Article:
There’s a print of cannabis sativa hanging on the cork board next to Maxwell Leung’s office at ASU's West campus.
On one of his first days on campus, Leung forgot his key, so he tracked down a campus security guard to unlock the door.
As the two stood in the faculty hallway, the officer shot a look from the art print to Leung, insinuating some unspoken grief or, at the very least, confusion about the illicit plant adorning his office placard.
The key turned. Leung entered his office and went about his day. It’s nothing new.
Cannabis continues to be a point of contradiction.
Recreational and medical marijuana sales bleed across the states at breakneck speed. Cannabis and hemp agriculture follow suit. But the plant itself remains federally illegal and seldom researched, creating undeniable blindspots in assessing potential risks.
Leung, a toxicologist and assistant professor at ASU, is most concerned with contaminants used in cannabis cultivation.
There are no unified regulatory guidelines governing cannabis contaminants. And when left unchecked, pesticides, metals, solvents and other toxins pose health hazards to both recreational cannabis users and medical patients, especially those with susceptible neurological diseases.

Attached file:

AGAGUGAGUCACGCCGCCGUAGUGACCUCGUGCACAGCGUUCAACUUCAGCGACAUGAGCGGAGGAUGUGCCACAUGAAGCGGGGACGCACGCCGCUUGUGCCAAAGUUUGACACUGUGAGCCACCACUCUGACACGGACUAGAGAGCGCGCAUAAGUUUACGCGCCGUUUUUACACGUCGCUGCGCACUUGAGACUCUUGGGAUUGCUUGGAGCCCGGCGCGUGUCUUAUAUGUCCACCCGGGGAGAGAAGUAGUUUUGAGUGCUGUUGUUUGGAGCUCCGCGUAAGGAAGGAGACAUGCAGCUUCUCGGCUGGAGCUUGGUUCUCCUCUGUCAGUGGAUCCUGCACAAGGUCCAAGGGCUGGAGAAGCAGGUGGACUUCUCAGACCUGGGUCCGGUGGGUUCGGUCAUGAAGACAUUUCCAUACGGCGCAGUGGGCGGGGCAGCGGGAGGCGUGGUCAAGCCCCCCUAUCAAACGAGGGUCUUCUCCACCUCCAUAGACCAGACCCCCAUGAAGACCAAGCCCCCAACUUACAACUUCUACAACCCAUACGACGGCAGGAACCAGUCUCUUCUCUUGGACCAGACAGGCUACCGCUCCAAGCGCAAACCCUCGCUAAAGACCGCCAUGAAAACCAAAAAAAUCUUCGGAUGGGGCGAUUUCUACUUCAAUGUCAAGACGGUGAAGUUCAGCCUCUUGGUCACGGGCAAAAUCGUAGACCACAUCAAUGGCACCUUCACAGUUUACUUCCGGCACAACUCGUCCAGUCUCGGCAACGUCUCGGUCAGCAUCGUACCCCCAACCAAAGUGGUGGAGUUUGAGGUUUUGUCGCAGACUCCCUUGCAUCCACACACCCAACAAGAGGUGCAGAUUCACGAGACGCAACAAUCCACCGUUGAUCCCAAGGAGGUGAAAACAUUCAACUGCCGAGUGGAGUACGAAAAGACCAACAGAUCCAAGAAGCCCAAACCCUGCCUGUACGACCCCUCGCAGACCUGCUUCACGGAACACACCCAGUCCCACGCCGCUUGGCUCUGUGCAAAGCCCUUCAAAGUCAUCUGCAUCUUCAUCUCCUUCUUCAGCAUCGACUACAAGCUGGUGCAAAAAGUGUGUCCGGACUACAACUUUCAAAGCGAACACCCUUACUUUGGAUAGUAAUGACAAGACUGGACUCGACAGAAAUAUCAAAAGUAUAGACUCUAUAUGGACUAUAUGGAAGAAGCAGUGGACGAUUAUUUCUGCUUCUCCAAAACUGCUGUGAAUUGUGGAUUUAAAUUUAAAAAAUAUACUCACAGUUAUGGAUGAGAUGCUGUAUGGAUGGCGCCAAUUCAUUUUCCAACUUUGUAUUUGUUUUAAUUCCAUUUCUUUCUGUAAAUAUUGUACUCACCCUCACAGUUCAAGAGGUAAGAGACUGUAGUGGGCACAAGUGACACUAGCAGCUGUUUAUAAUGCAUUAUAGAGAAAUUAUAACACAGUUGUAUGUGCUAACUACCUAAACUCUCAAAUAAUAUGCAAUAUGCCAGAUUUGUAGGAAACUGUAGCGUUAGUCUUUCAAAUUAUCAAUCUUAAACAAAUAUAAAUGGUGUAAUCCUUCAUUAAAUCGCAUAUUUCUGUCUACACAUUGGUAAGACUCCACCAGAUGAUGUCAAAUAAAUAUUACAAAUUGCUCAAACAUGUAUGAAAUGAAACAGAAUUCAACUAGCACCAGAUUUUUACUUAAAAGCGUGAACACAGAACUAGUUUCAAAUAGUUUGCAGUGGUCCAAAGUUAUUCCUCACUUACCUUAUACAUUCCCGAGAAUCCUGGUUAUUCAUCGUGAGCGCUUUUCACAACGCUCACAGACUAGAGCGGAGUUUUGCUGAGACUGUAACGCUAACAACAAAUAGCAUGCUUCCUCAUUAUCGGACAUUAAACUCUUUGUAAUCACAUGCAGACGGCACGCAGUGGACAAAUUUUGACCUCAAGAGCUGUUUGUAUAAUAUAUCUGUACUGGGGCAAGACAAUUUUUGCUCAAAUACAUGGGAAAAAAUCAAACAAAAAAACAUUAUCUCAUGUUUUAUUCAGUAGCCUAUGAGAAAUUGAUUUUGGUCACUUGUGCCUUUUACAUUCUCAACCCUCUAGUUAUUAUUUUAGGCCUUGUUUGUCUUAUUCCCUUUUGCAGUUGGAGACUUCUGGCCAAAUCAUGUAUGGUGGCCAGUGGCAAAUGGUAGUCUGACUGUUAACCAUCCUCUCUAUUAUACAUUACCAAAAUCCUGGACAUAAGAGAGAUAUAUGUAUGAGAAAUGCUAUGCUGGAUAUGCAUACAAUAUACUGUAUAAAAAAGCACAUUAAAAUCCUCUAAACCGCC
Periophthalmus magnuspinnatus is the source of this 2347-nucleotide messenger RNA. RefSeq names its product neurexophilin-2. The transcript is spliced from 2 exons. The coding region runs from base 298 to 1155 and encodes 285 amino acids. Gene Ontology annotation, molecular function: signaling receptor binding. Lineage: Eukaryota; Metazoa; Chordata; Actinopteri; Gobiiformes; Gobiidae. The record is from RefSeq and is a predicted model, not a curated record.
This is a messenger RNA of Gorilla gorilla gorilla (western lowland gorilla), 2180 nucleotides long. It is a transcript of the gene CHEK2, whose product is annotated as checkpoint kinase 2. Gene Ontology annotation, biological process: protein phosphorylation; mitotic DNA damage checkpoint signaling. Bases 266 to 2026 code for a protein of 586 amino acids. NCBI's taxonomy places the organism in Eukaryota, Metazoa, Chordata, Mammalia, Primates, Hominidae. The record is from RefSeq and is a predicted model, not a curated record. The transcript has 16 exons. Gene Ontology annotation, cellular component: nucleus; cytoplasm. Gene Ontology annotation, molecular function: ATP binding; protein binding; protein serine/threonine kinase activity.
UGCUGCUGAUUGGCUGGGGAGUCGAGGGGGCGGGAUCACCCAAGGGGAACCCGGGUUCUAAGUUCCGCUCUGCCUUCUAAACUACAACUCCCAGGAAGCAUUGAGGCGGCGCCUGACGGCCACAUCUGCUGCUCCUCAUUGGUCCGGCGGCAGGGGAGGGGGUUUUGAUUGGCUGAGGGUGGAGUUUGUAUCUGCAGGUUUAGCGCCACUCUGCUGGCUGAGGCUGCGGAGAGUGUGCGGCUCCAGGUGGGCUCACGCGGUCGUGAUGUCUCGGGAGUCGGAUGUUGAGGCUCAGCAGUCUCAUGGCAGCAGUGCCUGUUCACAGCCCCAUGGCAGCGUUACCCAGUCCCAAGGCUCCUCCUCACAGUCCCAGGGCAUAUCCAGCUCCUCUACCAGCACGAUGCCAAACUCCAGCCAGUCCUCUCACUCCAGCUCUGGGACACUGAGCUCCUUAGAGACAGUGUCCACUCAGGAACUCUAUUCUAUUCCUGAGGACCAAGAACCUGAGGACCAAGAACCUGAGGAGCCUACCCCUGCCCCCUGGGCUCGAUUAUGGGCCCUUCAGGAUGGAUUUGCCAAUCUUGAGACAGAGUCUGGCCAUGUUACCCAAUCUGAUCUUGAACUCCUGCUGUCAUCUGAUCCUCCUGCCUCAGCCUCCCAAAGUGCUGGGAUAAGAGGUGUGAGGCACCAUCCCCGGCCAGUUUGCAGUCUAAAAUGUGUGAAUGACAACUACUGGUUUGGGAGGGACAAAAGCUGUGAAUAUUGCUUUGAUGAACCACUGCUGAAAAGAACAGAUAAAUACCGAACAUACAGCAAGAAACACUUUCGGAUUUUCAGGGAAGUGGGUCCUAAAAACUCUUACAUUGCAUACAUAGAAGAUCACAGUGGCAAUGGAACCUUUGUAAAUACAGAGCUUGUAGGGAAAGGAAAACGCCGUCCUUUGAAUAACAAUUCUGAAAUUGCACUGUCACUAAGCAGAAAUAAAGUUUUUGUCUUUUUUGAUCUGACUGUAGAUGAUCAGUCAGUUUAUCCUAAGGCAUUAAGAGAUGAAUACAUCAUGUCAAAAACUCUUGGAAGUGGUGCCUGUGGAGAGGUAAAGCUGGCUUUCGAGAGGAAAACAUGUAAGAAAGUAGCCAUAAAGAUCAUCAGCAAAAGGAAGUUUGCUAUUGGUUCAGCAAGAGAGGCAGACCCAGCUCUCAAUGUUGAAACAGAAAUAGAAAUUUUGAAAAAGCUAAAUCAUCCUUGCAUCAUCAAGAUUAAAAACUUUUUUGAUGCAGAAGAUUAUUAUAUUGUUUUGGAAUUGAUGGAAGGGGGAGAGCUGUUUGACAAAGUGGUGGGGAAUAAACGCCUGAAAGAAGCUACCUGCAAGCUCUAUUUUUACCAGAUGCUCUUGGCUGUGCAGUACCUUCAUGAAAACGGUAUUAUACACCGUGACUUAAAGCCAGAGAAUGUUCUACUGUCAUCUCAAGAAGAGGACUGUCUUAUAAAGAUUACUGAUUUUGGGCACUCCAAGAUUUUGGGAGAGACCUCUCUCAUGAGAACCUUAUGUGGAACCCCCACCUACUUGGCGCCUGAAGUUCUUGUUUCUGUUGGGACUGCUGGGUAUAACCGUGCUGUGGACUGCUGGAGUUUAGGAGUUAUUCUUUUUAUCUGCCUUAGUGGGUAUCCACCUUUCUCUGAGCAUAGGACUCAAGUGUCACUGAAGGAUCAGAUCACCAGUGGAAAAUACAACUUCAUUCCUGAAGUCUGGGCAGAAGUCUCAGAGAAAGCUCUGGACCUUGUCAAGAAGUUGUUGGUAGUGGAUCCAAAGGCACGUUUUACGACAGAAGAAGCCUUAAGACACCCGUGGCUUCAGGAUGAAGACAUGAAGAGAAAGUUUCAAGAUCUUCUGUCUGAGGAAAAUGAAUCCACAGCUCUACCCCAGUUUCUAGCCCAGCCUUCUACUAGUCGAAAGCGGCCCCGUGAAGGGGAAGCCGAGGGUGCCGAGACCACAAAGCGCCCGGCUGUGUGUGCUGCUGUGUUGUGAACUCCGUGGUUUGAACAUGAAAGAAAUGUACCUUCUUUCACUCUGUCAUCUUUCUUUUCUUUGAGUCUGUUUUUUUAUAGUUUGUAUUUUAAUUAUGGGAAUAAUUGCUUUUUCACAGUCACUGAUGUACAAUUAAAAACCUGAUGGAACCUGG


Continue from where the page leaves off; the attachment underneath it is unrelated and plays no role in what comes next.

The lapse in understanding led Leung to create the Systems Biology and Toxicology Laboratory, a collaborative cannabis research effort encompassing three projects. The lab holds a schedule I research license, a license with the highest restrictions for storing, handling and testing a substance.
The network of cannabis researchers spawned work on the neurotoxicology of contaminants and cannabinoids, the potential of contaminant exposure for Parkinson's patients using CBD and a comprehensive geospatial analysis of how cannabis and hemp production and use affect environmental and human health.
“We are definitely one of the leaders in this field,” Leung said. “I’m very fortunate to have really, really good people joining my group.”
A wire silently slides across a petri dish scattered with some dozen millimeter-long roundworms. It leaves liquid pearls in its path, hovering on the agar.
The worms recoil, shrivel up or slow down into a somewhat stoned stupor.
Laura Jameson, the lead lab technician, sits eye to the microscope, tracing the line and recording each reaction. In every wiggle or wither, she comes one step closer to piecing together the relationship between cannabis, contaminants and brain function.